St. Paul & the Broken Bones Take Phoenix to Church

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St. Paul & the Broken Bones bring new life to modern soul. Photo by David McClister for Garden and Gun.

St. Paul & the Broken Bones Take Phoenix to Church

by William Weinstein

 

The Crescent Ballroom is easy to locate by the crowd of people located outside. The group is milling around, chatting loudly and drinking. The bouncers are having a good time, the people are polite, and everybody is excited to see what is in store for the evening. Most of them are in their thirties and showed up early to mingle with the other people here. There is a palpable sense in the air of relief at having found others who know about this band and still love soul music. It is the first night of the tour for St. Paul & the Broken Bones, and nobody knows what is about to happen.

St. Paul & the Broken Bones have been cruising around on the alternative and soul circuit for a few years. Their sound is straight out of a classic Stax Records soul track; the lead singer, Paul Janeway, is a good Southern boy from Montgomery, Alabama, with a voice like a freight train. The Broken Bones themselves are some of the highest caliber musicians in soul music right now, and they play as a cohesive unit every time. On their latest record, Sea of Noise, the band turns from their first album’s old-fashioned feel to incorporate modern political themes into the same good shit we have been getting. Their music videos ought to have given some hint as to what was coming in their live show.

The openers deserve praise as well. The Seratones are a four-piece alternative outfit from Shreveport, Louisiana, that claim on their Bandcamp to be “highly skilled in the art of rocking your socks off, bringing the house down, and blowing your mind.” They live up to their claim on their debut album, Get Gone, which they released this year. Songs such as “Choking on Your Spit” and “Tide” live up to the hype, bringing out a hard-rocking sound that wouldn’t sound out of place among bands such as Alabama Shakes or the Black Keys. As performers, they were engaging and fun, something that often gets missed out on by more mainstream acts. They brought their club-circuit antics with them, and it paid off well: the crowd was remarkably to them, and when frontwoman AJ hopped off the stage to dance in the crowd on their last number, everybody lost their minds.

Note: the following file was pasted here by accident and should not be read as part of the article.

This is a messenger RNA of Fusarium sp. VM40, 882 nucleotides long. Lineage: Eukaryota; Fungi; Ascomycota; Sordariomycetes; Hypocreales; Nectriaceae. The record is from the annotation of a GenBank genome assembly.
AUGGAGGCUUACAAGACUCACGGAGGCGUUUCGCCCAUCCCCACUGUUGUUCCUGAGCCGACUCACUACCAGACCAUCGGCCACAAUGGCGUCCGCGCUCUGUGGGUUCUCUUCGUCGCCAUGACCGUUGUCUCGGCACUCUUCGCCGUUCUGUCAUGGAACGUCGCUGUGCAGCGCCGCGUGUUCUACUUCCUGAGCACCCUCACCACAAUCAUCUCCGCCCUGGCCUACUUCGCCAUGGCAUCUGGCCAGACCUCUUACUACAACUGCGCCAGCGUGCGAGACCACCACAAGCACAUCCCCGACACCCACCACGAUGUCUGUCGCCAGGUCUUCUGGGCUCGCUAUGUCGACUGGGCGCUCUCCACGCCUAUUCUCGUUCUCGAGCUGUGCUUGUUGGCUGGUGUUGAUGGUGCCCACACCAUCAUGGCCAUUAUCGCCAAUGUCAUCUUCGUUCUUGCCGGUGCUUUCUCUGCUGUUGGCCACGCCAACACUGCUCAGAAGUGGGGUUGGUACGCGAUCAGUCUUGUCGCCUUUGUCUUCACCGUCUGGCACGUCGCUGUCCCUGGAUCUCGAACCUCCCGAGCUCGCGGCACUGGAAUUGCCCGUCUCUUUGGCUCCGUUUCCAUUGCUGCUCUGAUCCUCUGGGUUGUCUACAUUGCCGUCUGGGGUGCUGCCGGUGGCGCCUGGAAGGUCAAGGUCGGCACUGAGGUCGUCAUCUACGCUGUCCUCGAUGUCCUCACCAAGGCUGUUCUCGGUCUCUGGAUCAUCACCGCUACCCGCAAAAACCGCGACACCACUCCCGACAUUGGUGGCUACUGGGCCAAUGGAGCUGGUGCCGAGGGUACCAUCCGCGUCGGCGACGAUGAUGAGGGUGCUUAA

The Seratones did a wonderful job setting the tone for the evening. As church-inspired music played, the seven suited-up members of the Broken Bones came on stage and took up their various instruments. Finally, Paul himself walked on, shrouded in a priest’s robe, which he threw off after his tender opening number to reveal a gold cheetah-print suit. The band proceeded to channel the spirits of James Brown, Otis Redding, and Marvin Gaye for the next hour and a half. It was an extremely crowded and loud affair, with everyone swaying and grooving as the band took it away. During “Broken Bones and Pocket Change,” when Janeway crawled around on the stage and wailed, the audience began cheering ecstatically and could not be calmed down for a good minute. The band was as overjoyed by the enthusiasm that Phoenix showed for them as we were to have them. The atmosphere was dramatic, active, and fun. The band played off of each other with ease, and interacted with the audience freely, shouting back to people making loving comments. There is no question that if the rest of the tour is as moving and powerful as the performance last night was, then St. Paul & the Broken Bones are about to receive a whole lot of love from the world.

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Reach the writer: @WilliamWeisnt1

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